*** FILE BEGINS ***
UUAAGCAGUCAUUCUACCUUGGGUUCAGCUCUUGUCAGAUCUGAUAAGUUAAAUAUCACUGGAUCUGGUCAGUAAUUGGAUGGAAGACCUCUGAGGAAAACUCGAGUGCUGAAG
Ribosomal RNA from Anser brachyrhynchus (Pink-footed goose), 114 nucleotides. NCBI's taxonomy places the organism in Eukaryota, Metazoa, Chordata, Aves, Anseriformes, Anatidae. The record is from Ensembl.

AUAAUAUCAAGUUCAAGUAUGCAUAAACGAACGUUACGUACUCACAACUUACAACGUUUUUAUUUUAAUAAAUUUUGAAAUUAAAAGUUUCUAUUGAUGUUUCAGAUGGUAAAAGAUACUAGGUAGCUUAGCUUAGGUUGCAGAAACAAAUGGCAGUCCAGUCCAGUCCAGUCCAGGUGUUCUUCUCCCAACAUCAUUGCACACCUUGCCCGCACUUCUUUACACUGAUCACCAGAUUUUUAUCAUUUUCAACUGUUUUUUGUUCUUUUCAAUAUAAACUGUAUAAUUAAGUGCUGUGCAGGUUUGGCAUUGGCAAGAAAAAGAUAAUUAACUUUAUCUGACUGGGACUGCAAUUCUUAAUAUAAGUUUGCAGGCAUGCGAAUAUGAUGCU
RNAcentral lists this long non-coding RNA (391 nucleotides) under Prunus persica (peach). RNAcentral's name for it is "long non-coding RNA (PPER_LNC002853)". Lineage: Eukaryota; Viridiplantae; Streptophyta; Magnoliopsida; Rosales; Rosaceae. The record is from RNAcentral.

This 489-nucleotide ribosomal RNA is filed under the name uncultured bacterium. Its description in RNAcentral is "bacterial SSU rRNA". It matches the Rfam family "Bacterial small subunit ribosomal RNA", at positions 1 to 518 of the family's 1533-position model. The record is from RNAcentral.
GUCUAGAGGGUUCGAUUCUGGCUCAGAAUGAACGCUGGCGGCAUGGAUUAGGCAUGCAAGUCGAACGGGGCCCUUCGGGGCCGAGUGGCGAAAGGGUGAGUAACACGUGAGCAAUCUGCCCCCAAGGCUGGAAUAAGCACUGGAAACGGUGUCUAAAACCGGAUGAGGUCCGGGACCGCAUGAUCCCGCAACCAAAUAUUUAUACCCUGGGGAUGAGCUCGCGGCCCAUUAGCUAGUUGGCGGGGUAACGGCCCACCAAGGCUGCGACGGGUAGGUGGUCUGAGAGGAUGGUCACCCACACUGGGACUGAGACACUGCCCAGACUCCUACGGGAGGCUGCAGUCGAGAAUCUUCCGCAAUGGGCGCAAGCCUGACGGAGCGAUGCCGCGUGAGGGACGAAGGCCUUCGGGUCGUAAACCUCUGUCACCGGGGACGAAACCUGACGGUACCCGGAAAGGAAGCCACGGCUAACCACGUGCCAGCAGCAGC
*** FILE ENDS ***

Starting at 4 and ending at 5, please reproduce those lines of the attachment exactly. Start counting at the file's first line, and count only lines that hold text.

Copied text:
RNAcentral lists this long non-coding RNA (391 nucleotides) under Prunus persica (peach). RNAcentral's name for it is "long non-coding RNA (PPER_LNC002853)". Lineage: Eukaryota; Viridiplantae; Streptophyta; Magnoliopsida; Rosales; Rosaceae. The record is from RNAcentral.

This 489-nucleotide ribosomal RNA is filed under the name uncultured bacterium. Its description in RNAcentral is "bacterial SSU rRNA". It matches the Rfam family "Bacterial small subunit ribosomal RNA", at positions 1 to 518 of the family's 1533-position model. The record is from RNAcentral.